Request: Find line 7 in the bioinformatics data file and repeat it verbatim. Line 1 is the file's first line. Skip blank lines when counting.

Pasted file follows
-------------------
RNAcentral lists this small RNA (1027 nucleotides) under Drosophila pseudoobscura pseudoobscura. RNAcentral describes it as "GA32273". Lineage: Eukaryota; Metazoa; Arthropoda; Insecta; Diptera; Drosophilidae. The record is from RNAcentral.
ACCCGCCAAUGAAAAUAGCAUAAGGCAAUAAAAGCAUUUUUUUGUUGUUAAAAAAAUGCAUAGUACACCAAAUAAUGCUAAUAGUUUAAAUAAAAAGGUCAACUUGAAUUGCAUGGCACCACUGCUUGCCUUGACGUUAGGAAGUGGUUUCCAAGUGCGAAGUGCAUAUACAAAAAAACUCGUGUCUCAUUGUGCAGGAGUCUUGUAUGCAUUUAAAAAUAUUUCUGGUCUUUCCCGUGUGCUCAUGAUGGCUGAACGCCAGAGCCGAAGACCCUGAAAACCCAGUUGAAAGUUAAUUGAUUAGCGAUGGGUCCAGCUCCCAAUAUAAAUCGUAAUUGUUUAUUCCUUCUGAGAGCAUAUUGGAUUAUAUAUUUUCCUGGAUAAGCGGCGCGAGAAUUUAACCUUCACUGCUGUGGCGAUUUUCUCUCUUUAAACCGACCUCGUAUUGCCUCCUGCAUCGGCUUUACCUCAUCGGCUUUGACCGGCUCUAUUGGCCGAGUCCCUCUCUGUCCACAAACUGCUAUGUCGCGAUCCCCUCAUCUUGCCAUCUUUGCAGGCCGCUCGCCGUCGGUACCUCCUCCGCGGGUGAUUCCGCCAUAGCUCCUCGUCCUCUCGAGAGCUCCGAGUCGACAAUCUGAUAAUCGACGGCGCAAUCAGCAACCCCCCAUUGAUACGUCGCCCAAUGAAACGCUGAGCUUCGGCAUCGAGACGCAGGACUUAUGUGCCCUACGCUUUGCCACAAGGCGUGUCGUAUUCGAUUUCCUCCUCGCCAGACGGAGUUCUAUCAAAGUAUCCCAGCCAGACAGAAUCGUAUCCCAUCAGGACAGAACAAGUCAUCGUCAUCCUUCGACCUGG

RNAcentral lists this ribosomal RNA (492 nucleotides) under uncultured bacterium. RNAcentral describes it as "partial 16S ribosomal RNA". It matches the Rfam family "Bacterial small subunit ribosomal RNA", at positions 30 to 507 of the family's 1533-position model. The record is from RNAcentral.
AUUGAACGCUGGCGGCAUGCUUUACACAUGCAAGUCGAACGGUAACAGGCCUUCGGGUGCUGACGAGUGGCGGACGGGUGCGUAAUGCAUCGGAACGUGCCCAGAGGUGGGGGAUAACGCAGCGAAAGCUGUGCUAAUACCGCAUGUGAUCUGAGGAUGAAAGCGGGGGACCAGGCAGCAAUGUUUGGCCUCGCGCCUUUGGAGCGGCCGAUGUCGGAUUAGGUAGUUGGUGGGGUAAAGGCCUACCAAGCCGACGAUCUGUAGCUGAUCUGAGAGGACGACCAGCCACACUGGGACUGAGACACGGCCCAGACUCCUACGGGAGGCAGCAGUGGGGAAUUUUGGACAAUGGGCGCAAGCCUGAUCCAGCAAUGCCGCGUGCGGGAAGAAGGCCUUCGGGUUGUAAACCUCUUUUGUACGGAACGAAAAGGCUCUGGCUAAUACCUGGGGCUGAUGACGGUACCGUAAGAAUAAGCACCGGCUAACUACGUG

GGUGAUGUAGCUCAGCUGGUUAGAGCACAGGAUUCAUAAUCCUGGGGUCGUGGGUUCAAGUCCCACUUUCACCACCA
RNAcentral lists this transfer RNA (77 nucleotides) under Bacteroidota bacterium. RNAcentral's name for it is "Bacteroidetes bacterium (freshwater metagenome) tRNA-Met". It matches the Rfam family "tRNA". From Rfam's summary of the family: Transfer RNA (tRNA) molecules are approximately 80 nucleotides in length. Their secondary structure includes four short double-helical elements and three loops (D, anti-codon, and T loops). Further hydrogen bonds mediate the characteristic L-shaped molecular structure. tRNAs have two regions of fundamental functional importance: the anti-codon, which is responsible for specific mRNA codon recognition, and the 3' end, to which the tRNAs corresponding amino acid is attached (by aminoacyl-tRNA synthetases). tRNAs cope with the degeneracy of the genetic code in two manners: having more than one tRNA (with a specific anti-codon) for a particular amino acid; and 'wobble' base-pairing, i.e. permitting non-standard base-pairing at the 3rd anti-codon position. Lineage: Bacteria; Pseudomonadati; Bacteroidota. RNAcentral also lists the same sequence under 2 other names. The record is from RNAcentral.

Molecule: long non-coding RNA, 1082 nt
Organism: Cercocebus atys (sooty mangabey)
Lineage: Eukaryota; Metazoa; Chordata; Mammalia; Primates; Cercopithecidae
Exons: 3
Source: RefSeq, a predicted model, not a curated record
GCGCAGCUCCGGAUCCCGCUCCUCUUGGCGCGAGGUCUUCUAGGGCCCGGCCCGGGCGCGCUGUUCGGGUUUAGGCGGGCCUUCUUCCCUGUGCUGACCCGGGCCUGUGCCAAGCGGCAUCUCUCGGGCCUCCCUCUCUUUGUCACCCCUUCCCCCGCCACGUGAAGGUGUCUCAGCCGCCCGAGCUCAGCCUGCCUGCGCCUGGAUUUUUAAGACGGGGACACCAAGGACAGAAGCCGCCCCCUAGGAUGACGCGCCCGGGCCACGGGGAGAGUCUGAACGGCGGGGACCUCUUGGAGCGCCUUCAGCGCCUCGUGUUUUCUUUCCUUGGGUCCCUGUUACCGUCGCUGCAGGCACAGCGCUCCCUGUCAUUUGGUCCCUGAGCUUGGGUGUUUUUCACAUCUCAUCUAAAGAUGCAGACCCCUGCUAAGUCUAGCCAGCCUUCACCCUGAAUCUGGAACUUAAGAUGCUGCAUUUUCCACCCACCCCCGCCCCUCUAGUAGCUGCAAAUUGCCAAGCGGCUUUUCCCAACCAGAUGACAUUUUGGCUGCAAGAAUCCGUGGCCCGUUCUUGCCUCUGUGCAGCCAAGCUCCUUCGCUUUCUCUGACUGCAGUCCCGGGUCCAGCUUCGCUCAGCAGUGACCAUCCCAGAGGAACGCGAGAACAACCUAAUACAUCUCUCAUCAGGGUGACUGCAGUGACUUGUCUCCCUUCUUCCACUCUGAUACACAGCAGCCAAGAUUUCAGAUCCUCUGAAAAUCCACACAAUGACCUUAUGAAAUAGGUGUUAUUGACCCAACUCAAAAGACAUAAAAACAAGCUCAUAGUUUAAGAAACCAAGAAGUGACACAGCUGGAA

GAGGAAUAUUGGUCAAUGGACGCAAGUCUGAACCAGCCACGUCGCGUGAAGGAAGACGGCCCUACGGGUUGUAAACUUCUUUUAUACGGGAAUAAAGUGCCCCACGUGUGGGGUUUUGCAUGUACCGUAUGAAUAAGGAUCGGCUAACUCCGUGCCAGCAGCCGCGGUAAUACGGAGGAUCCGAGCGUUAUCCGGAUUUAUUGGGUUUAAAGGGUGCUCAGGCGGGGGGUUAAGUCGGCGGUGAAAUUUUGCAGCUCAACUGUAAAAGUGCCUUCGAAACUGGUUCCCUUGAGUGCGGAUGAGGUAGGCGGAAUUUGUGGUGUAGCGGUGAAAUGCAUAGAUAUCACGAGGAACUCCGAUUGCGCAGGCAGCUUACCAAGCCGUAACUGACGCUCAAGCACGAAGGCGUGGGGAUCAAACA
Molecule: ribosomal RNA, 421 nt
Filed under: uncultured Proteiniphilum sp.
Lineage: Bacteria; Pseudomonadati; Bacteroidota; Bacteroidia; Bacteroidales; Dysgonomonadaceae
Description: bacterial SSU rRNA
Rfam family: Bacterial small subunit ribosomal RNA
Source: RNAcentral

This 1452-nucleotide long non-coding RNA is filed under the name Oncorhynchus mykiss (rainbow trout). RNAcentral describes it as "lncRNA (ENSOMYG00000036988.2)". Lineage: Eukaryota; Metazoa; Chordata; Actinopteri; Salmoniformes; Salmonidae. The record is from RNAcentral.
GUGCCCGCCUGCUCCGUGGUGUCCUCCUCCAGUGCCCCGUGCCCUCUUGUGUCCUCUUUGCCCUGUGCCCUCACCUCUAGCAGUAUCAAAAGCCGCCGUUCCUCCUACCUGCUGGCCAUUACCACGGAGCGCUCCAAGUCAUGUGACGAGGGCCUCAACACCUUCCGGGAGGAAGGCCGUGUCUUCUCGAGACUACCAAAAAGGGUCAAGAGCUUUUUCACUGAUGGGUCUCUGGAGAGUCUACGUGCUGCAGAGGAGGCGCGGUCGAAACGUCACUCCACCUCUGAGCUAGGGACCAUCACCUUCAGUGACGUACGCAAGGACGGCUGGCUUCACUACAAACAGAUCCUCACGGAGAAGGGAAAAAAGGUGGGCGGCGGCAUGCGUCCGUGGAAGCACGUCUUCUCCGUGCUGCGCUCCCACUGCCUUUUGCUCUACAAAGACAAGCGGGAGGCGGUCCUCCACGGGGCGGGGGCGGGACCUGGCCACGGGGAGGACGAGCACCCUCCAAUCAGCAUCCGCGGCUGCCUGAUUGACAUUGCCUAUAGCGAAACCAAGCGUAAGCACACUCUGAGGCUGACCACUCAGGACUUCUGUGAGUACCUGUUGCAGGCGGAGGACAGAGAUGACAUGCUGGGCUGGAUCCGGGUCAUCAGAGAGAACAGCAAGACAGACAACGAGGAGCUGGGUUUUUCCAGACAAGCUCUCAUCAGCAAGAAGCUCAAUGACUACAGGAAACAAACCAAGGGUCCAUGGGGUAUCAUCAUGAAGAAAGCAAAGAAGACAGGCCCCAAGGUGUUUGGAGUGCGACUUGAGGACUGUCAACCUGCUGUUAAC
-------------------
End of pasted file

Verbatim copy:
Molecule: long non-coding RNA, 1082 nt